Three recently approved amendments to the Virginia Consumer Data Protection Act offer business-friendly tweaks that solidify the law ahead of its Jan. 1, 2023, effective date.
The amendments—which add an exemption to the law’s right to delete, modify its definition of nonprofit, and alter the funding structure for enforcement—were approved by
While the changes offer clarity for privacy professionals, questions remain over the prospect of future amendments as California and Colorado launch into rulemaking under their respective privacy laws, attorneys say.
The VCDPA was signed into law by former Gov. Ralph Northam (D) in March 2021, making it the second U.S. state, after California, to pass comprehensive consumer privacy legislation. Colorado passed its privacy law in July 2021, and Utah greenlit its state’s measure in March.
“These updates are business-friendly, and that’s been the consensus with the Virginia law—that it’s more business-friendly than laws in Colorado and California,” said Ali Jessani, a senior associate at Wilmer Cutler Pickering Hale and Dorr LLP in Washington, D.C. “It makes companies’ obligations a little less onerous.”
The changes don’t radically alter how companies should prepare for VCDPA compliance, but they provide clarity on topics that had been raised after the law passed, said Greg Szewczyk, a partner at Ballard Spahr LLP in Denver.
“These are significant in the sense that the VCDPA is now done in terms of what it’s going to look like when it takes effect,” Szewczyk said. “It’s nice to have some finality.”
Work Group Output
The amendments were inspired by the Virginia Consumer Data Protection Work Group, which met six times over the course of 2021.
Unlike California, Virginia does not have a standalone privacy regulator tasked with promulgating regulations for the law. Instead, lawmakers floated amendments based in large part on recommendations from the Joint Commission on Technology and Science’s final report released in November.
“The working group gave people a chance to express their concerns, and the amendments that resulted are fairly narrow,” said Samantha Sedivy, an associate at Reed Smith LLP in Richmond, Va. “Their approach was methodical, and the votes were overwhelmingly bipartisan.”
The amendment to the right to delete pertains to times when companies obtain consumer personal data from a source other than that person. It states that in those circumstances, the company will be considered in compliance with the law by either retaining a record of a consumer’s deletion request or opting the consumer out of the processing of their personal data except for in exempted purposes.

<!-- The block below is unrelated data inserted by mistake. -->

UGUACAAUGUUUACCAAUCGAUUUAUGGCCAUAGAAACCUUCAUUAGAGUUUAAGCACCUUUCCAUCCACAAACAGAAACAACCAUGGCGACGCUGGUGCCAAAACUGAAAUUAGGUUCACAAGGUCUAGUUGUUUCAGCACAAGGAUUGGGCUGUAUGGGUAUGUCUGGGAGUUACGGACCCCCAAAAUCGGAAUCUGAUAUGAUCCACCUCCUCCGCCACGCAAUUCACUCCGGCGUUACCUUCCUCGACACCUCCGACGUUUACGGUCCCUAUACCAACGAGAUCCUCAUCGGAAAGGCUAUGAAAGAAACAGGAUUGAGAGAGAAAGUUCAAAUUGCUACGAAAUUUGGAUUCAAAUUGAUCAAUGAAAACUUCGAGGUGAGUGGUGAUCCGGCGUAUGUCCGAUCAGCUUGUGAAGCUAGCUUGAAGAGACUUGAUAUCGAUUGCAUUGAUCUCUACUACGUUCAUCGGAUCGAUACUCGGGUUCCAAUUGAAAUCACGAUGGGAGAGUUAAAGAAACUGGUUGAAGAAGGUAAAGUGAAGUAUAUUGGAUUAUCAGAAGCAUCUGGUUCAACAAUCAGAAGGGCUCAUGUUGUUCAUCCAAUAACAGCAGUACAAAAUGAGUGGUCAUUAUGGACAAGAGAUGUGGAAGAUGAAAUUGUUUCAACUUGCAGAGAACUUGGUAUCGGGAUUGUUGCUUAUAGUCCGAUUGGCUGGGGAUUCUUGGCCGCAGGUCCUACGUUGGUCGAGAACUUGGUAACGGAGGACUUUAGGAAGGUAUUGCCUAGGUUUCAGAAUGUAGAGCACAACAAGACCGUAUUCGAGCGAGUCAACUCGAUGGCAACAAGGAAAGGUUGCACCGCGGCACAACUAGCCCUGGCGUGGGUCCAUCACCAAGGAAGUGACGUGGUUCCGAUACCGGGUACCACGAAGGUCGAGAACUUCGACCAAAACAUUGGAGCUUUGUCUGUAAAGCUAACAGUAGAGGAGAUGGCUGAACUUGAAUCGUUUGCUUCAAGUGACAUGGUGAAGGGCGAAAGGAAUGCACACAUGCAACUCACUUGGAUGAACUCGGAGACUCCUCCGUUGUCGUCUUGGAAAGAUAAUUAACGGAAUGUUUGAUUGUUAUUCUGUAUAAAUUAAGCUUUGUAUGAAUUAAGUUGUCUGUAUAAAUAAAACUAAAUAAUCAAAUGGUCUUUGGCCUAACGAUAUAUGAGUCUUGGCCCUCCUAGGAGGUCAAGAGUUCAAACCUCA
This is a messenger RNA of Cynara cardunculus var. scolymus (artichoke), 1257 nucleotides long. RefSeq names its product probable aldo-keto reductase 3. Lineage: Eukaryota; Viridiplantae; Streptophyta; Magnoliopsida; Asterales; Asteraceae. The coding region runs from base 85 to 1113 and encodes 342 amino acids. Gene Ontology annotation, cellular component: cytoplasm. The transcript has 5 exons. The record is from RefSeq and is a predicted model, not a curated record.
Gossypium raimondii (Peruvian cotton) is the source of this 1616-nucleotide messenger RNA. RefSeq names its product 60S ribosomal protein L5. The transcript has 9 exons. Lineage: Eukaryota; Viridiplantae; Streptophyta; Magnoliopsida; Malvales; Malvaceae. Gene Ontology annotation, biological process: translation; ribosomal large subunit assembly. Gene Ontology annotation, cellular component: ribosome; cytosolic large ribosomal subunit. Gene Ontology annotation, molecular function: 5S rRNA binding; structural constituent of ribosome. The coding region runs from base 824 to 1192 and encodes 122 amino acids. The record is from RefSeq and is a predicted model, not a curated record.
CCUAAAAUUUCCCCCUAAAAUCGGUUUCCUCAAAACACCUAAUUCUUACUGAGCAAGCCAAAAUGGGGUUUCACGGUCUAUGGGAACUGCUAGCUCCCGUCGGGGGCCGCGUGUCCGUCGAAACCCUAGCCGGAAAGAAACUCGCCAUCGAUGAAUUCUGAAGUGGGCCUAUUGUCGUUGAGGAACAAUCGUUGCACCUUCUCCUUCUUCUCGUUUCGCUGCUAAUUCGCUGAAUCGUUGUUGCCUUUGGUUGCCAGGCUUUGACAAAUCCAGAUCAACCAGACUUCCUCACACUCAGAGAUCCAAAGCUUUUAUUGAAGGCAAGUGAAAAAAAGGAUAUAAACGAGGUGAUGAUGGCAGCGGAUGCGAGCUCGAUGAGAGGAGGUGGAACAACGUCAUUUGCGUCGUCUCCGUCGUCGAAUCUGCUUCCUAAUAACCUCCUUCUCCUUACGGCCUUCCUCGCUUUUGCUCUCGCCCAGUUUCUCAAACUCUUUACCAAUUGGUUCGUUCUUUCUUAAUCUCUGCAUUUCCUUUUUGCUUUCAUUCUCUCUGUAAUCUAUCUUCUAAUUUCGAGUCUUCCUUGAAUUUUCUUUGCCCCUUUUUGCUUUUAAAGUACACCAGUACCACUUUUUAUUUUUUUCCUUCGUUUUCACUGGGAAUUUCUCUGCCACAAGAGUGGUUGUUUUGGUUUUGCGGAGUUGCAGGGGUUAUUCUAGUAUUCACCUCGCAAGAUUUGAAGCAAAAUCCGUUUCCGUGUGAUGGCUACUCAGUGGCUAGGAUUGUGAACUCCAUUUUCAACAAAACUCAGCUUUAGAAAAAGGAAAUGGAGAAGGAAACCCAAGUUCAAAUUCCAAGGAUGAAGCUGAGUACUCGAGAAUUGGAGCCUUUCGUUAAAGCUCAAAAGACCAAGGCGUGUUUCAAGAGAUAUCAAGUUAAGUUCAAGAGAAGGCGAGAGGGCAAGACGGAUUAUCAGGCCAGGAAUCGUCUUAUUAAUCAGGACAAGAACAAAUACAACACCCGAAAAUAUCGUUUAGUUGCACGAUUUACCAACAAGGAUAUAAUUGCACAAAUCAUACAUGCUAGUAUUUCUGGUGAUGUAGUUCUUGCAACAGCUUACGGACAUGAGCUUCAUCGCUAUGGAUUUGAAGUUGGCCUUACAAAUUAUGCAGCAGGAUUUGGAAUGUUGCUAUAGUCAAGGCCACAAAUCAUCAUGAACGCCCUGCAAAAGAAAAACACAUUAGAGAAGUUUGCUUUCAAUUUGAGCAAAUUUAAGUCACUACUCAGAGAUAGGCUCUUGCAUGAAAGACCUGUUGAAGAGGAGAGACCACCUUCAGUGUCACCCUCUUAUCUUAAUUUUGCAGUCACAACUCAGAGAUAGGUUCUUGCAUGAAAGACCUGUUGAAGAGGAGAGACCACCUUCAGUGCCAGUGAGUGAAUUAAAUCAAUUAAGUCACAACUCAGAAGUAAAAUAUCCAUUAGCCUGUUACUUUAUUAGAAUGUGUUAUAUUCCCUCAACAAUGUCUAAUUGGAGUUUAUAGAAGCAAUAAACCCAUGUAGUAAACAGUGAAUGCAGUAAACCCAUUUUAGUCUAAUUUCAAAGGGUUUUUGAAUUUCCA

Another amendment adds political organizations to the definition of “nonprofit organizations,” which are exempt from the law’s requirements.
Youngkin also greenlit an amendment that repeals creation of the Consumer Privacy Fund that would have housed civil penalties from enforcement, switching the repository to the existing Regulatory, Consumer Advocacy, Litigation, and Enforcement Revolving Trust Fund. It stipulates that penalties, expenses, and attorney fees from enforcement be deposited into the state trust fund.
That change, instituted so the attorney general wouldn’t have to wait for funds to begin enforcement, doesn’t affect companies’ obligations under the law, Sedivy said.
Which further amendments, if any, Virginia legislators choose to push next year will likely depend on what other states do—including upcoming regulations from the California Privacy Protection Agency and future rules from
“The Virginia law is pretty good to go at this point, but it may change depending on how other states and the Federal Trade Commission act,” Smoyer said. “Changes to other laws or new rules could trigger Virginia’s legislature to restart the amendment process.”
Virginia legislators may adopt amendments next year centered around universal opt-out signals, which is a topic for rulemaking under the California Privacy Rights Act, Szewczyk said. The VCDPA doesn’t in its current form require businesses to respect opt-out preference signals, but the working group report recommends that they honor a global opt-out setting selected by consumers.
Organizations, even those exempted from the VCDPA’s requirements, should consider best practices and using the law as a guide, said Cassandra Gaedt-Sheckter, a partner at Gibson, Dunn & Crutcher LLP in Palo Alto, Calif.
Nonprofits and other exempted entities can use data protection laws as inspiration for good cyber hygiene, and that may prove useful as additional jurisdictions impose privacy and cybersecurity statutes, she said.
“Companies need to be thinking holistically about best practices and transparency,” Gaedt-Sheckter said. “They should consider overall risks in how they deal with data, and not just one law in particular.”